Above is the hedge…there wasn’t time to weed the ground first, so the deep rooted perennials, able to access buried moisture, threaten to overwhelm the thin young trees.  This is the worst section, being weeded by hand.  Once it’s clear, we’ll lay a cardboard sheet mulch around the saplings and cover this with soil, now easily accessible as the field has been ploughed.  The trees will be able to defend themselves in a few years, especially if we import wild garlic as ground cover.

Writing ‘Recipes for Resilience’, I learned how crucial grains were for survival in the seasonal North.  The dry weather isn’t doing British grain farmers any favours; does anyone else worry about poor harvests?  Everyone eats bread, cakes, pies…how many of you bother to find out where the flour comes from?

It’ll take you ten minutes to vote in June.  Instead of banging on about it, use the time to write yourself a shopping list.  Can you order any of it online from suppliers who buy British?  Is there a farm shop nearby, a food market?  Put Facebook down for a few minutes and have a look around.  Read the Hemp Twine Project to see how much difference buying local can make!

“Farmers go bankrupt in the midst of thousands of potential customers for their produce” from ‘The Resilience Handbook – how to survive in the 21st century’.

Then what will you eat?

 

April Diary 2017

It’s been an early, dry Spring in most of England this year. Here in our southwest corner, the rhubarb is thin and the potatoes slow to come up. On the positive side, the slugs are discouraged and the seedlings are getting a good start. Watering them is a daily chore now.

Well watered rhubarb in a pot
Well watered rhubarb in a pot

Having failed to negotiate a supply of wheat seeds – it’s hard to buy a small handful – I planted some old gleanings I found in the seed box. They seem to be coming up, but look exactly like grass just now. If the experiment doesn’t work, I’ll dig over and plant out squashes, or grow a catch crop of cress.

We managed to subdue most of the really wild quarter of our new Resilience Allotment while the soil was still soft. To clear the established perennial weeds – couch grass, bindweed, dandelion and horsetail – we turned the matted turf over to a spade’s depth, pulling the exposed roots out by hand as we broke up the clumps. These went to the tip for recycling, as they can sprout again from fragments.

The rough bit of the allotment before digging
The rough bit is on the left
The weed roots we are removing
The weed roots we are removing

A layer of leaf mould covered with cardboard sheets was laid on the sections we dug over, topped with another layer of leaf mould. Holes were cut in the card and our vegetables planted through it, in a handful of compost. The thick mulch will discourage the weeds – though we haven’t seen the last of them – and give our plants a head start.

The leaf mould was free, from a huge pile dumped in the allotment car park. It’s not ideal; in this dry weather it starts to blow away, and I worry that the potatoes may not like it.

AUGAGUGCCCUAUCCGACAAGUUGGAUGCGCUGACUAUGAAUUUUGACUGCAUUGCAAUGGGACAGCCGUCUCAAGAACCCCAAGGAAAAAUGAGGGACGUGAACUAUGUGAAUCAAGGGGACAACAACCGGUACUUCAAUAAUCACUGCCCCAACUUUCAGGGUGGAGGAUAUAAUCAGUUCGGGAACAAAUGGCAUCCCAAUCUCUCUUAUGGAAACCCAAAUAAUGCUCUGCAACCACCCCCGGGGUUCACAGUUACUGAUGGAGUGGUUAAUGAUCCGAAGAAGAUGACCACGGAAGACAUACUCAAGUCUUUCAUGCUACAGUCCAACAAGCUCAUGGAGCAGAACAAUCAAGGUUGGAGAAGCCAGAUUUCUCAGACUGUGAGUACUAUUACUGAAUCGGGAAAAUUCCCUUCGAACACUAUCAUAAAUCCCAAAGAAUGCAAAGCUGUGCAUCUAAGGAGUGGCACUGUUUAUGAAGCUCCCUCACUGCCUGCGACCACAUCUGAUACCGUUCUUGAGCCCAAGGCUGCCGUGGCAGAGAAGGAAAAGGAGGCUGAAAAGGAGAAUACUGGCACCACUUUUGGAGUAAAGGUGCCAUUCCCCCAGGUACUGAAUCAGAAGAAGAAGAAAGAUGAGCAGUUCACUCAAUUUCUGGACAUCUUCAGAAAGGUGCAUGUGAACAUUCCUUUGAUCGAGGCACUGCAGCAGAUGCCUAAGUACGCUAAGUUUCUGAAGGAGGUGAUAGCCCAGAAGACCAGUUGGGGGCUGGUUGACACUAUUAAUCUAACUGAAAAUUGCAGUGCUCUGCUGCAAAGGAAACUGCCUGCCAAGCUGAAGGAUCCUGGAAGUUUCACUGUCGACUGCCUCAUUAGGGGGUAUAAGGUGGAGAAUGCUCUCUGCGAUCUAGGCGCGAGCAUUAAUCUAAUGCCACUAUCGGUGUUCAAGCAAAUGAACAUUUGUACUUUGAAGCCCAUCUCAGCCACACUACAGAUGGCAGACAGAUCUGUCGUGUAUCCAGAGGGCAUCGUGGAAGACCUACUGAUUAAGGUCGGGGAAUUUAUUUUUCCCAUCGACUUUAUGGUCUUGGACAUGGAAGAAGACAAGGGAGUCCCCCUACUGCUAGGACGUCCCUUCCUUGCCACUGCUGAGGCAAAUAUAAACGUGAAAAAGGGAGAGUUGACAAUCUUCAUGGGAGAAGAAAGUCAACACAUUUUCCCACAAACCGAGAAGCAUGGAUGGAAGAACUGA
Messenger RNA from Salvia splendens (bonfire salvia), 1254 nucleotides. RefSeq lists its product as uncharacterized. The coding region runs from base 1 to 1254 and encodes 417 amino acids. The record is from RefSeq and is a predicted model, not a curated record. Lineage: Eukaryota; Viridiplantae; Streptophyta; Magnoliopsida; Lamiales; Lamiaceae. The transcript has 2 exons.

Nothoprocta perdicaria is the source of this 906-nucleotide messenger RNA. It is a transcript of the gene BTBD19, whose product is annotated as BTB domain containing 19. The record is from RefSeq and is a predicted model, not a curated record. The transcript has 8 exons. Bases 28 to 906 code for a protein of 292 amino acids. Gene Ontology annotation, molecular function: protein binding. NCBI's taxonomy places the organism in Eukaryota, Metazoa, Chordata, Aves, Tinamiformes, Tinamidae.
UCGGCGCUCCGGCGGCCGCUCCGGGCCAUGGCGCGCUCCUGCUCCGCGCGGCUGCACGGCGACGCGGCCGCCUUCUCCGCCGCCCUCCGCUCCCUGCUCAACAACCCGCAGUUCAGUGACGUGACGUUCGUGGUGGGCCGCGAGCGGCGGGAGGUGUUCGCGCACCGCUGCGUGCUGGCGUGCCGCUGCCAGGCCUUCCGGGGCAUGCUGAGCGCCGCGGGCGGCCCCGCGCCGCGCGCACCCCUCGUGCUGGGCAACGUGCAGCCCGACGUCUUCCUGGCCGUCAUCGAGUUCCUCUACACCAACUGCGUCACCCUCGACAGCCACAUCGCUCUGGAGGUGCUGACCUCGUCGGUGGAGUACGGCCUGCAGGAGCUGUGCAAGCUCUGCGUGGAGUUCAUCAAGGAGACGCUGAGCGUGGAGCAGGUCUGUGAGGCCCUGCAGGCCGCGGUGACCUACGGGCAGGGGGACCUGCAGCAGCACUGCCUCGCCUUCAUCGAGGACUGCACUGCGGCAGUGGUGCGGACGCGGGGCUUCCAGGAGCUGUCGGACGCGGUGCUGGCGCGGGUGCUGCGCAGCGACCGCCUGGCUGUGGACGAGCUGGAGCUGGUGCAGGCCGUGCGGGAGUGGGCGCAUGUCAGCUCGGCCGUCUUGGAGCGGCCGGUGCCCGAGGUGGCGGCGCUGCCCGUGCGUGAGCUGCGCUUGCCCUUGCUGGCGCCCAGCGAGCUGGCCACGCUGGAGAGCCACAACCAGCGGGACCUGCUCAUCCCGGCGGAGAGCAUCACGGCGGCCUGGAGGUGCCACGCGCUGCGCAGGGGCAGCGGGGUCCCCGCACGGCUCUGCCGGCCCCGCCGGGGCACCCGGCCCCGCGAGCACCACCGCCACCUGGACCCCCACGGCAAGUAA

“Do not dig your potatoes up to see if they are growing” – a modern Zen saying!

There was an urgent need for a weed suppressant though, and the leaf mould was available in large amounts. Resilience gardening is about making use of local resources, in a very permaculture-like fashion.

It’s also about low maintenance. While I’m concentrating on the allotment, the original Resilience Garden is ticking over nicely. The leeks and purple sprouting broccoli are finishing now, the kale going to seed, and the new peas coming up. The wild garlic is getting a bit ragged, but other salad leaves are coming up fast. The remaining small piece of lawn takes me more effort to maintain than the vegetable patch does.

You can learn the basics of starting a Resilience Garden from the Handbook...the best way to learn is to try things out. Even a windowsill pot of herbs is worth doing!

Why do you need the Resilience Handbook?

The answer is in the subtitle – ‘How to survive in the 21st century’.

Even in a quiet little island like Britain, there are more episodes of ferocious weather now than we were used to in the last century. Flooding is a growing problem. What can you do about it?

Read the Emergency Planning section of the book, keep it handy to consult if you suddenly have to evacuate your house. It’ll tell you what to do, remind you to turn off your utilities, how to pack a grab bag.

Contents of a typical grab bag
Contents of a typical grab bag

You may not be directly affected by flooding, but the damage to the economy is shared by all. What can you do to help the long-term situation?

Rain comes from the sky, but flooding happens on land. Meetings of experts discuss useful management strategies, but the people responsible for the land have to implement them, Most of these are farmers, already struggling to make a living.

If they were able to sell to you, the consumer, without having to be routed through a supermarket chain…they’d have more money. Enough, perhaps, to consider engaging with flood relief; to invest in growing willow, in reforesting the hillsides.

Learn to make willow fencing!
Learn to make willow fencing!

The Resilience Handbook outlines a number of practical steps you can take to support community resilience at every level. It’s a call to action, not an invitation to more debate. Read through it, then keep it to hand as a reference book. Much of what it says won’t be clear to you until you begin to fulfill the set tasks.